Ms. Wood mentioned the importance of having systems in place to make decisions. Schools need to have systems to monitor progress and to use data to determine who receives what interventions and when. These systems are set up so that students can go in and out of the intervention very quickly. Ms. Wood also mentioned that we need to think whether our kids are improving their behavior at their targeted level, in addition to thinking about each individual’s intervention.

Question: Typically, who serve as mentors?

Iowa is using existing staff—school counselors, at-risk coordinators, home school liaisons, truancy officers, and classroom teachers—to serve as C&C mentors. At the end of our C&C implementation and mentor training, staff are asked to recruit others and to think about who would be a great mentor in their building. 

Question: What are the challenges you have encountered at schools that are implementing C&C within PBIS?

Data tracking is one of the challenges. Another piece is ongoing coaching. Ms. Blazic mentioned that one school she serves is as far as 3 hours away. Should they choose to train and implement C&C, driving to the school to provide ongoing coaching could present as quite a challenge.

At the state level, Ms. Wood mentioned that the state jumped into implementing C&C. They did not fully consider how it would fit into the system prior to their C&C train-the-trainers training from University of Minnesota staff. She recommends to prepare for the implementation prior to going through the training in order to support the trainers. Part of this preparation includes having a plan of action around how to support it, sustain it, and scale it up overtime.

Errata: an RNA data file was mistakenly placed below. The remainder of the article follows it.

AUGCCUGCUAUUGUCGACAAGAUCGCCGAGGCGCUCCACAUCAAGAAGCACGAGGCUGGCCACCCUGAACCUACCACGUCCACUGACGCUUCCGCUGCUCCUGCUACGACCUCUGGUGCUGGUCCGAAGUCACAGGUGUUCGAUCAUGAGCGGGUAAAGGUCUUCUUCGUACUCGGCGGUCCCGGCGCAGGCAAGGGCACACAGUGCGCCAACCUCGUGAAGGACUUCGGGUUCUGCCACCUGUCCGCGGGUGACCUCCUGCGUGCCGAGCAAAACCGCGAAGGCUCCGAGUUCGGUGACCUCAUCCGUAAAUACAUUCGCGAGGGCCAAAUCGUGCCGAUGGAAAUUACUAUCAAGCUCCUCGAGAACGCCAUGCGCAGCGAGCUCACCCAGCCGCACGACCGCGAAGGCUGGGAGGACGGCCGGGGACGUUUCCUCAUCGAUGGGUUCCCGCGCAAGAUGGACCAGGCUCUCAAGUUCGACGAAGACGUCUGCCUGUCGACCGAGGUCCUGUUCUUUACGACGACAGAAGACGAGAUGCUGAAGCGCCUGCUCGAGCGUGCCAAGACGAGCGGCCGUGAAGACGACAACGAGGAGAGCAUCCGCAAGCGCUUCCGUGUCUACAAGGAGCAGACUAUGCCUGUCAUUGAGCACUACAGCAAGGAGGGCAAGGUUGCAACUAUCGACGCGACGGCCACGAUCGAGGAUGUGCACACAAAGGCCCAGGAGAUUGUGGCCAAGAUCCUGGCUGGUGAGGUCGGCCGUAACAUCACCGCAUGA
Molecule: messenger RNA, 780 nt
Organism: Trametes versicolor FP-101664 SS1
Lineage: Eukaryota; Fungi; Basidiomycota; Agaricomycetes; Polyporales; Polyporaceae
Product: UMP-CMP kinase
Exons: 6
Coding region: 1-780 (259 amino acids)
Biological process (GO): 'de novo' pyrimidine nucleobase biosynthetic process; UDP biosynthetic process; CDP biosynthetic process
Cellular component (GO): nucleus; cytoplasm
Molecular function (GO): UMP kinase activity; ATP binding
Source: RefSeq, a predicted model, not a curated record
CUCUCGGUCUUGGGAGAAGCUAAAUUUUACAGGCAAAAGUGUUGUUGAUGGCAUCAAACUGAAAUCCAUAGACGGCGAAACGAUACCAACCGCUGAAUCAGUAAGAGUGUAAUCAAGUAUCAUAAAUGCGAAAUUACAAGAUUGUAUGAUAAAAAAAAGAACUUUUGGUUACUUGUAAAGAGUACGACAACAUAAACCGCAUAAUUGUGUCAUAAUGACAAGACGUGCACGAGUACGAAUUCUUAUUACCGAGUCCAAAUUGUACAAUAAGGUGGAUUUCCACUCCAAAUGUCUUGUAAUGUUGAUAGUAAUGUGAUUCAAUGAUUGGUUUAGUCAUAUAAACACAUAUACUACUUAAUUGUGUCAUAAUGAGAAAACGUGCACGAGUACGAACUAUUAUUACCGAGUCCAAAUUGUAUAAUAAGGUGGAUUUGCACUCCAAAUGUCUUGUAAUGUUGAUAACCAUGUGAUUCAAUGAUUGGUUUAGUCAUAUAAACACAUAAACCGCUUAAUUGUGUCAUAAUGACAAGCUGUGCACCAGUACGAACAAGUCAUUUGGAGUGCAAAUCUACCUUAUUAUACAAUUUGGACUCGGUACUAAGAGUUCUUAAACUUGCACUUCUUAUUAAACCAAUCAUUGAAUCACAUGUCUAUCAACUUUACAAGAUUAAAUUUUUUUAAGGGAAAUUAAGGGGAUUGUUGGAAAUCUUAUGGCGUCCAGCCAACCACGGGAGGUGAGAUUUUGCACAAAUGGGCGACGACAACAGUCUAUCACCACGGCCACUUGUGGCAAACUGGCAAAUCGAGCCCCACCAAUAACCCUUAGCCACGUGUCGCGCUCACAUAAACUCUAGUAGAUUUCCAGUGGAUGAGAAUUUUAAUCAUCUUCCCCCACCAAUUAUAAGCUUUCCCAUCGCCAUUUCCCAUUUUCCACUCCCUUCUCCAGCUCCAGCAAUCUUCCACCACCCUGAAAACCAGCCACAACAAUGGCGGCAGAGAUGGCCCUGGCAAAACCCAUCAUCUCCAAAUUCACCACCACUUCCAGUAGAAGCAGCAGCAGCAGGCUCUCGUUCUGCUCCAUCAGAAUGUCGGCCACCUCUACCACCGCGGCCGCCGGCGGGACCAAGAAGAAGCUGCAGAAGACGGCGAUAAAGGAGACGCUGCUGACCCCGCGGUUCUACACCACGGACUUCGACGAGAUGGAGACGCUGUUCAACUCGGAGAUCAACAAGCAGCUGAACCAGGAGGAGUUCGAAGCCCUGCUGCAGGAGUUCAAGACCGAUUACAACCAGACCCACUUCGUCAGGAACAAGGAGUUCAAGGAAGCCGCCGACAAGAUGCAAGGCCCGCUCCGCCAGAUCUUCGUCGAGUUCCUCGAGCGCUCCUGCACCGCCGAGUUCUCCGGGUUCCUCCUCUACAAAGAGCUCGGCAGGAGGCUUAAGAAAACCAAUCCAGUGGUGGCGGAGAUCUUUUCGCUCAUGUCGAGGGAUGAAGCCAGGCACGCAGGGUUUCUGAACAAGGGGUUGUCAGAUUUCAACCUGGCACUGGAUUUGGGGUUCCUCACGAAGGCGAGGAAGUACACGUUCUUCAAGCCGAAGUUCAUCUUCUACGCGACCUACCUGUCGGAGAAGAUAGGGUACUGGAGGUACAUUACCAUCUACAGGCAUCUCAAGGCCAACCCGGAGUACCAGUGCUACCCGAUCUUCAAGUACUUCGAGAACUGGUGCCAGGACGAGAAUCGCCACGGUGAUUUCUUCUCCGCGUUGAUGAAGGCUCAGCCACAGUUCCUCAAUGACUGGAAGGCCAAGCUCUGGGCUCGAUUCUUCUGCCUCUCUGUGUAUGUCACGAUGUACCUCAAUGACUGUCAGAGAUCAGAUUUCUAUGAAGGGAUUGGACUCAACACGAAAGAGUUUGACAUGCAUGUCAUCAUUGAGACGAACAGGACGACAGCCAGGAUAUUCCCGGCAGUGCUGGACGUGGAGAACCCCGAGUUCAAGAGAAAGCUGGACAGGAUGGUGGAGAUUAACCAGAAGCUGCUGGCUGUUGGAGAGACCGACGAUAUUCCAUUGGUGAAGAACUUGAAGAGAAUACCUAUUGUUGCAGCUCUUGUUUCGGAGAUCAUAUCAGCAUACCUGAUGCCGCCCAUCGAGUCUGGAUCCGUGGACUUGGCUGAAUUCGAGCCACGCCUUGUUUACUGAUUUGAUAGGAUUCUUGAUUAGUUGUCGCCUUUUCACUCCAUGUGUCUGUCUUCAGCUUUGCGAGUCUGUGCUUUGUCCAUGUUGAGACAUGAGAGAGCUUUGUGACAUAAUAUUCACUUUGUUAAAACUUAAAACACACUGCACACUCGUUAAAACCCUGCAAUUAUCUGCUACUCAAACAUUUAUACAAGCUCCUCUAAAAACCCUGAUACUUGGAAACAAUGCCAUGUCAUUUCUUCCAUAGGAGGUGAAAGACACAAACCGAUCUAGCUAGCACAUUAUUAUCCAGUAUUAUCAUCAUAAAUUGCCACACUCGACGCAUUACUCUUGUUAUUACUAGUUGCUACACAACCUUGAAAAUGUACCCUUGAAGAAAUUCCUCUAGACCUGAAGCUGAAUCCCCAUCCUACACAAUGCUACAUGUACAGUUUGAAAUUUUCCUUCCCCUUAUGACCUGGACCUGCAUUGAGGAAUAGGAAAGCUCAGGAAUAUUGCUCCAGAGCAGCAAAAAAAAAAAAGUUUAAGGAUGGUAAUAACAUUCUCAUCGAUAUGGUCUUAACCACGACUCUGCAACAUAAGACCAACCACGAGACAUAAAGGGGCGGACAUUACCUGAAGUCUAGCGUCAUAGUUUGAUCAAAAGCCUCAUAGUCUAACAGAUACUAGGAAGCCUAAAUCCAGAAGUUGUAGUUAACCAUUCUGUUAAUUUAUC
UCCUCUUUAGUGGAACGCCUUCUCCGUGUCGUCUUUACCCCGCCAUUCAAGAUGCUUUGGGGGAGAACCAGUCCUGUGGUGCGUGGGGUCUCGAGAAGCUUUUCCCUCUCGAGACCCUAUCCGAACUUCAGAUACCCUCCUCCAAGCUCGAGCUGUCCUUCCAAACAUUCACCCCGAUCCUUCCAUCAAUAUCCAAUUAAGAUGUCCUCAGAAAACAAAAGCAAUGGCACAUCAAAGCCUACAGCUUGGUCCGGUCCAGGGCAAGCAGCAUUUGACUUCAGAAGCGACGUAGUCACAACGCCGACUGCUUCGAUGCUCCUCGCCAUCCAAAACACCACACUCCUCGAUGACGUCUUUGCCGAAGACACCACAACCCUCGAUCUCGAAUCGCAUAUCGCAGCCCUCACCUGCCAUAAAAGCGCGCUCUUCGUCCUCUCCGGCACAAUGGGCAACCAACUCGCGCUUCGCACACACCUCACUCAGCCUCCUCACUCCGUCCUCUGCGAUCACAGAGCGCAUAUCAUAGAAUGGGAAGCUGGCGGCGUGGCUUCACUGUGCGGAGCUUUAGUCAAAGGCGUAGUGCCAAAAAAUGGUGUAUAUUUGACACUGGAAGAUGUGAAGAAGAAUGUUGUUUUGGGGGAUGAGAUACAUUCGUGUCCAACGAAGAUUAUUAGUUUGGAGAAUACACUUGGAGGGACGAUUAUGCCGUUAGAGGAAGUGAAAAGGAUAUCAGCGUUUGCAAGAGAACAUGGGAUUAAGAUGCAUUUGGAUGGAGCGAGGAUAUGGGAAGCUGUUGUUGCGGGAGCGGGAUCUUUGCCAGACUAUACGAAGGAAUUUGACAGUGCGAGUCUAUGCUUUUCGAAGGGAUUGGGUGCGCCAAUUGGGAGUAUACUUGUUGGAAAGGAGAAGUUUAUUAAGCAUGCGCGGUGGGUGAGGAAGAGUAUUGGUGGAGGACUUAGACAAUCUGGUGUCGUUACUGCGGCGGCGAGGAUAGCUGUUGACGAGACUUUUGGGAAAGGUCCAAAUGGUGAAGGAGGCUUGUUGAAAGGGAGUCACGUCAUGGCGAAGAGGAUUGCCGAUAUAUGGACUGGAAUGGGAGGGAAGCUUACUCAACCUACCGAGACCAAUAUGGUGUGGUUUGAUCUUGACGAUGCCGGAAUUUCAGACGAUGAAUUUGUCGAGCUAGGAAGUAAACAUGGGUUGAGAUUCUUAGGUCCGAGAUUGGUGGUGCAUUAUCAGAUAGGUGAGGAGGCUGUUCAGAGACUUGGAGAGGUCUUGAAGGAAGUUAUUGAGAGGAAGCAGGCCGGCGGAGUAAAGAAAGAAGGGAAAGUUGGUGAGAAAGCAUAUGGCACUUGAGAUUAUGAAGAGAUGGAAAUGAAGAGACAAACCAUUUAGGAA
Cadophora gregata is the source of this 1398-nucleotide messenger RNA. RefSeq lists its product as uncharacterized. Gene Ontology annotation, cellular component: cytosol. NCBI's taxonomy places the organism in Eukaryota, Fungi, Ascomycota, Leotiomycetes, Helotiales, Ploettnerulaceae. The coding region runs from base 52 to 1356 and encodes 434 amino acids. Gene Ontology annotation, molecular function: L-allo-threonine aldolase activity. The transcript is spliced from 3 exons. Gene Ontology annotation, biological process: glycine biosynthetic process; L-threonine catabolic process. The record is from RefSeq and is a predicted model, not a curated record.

Question: What are the benefits you are seeing using C&C in a PBIS model?

In their words, “There are so many great things happening for students and staff. I get to hear from teachers how their students are able to be there, reduce the absences, feel connected in their schools, and improve grades. Teachers and staff also have a way to look at students differently. They begin to see more deeply into their students’ lives. In our meeting yesterday, a student was identified because of a high number of suspensions. After one year, the suspensions dropped from 47 days to 2 days. That is huge. I have a student who came to the training to share his own data. For him, tardiness went from 15 or 16 a week down to 2. By the end of the school year, he had 0 (zero) tardiness.”

Resources

Below are links for more information on Iowa’s implementation of C&C:


About the Authors: Xueqin Qian, Ph.D. is a research associate for Check & Connect at the Institute on Community Integration. Eileen Klemm, M.A. is the project coordinator for Check & Connect presenting training nationally, facilitating the Check & Connect Coordinators’ Community of Practice, and providing leadership in the overall training and support of the Check & Connect model.

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The University of Minnesota is an equal opportunity educator and employer.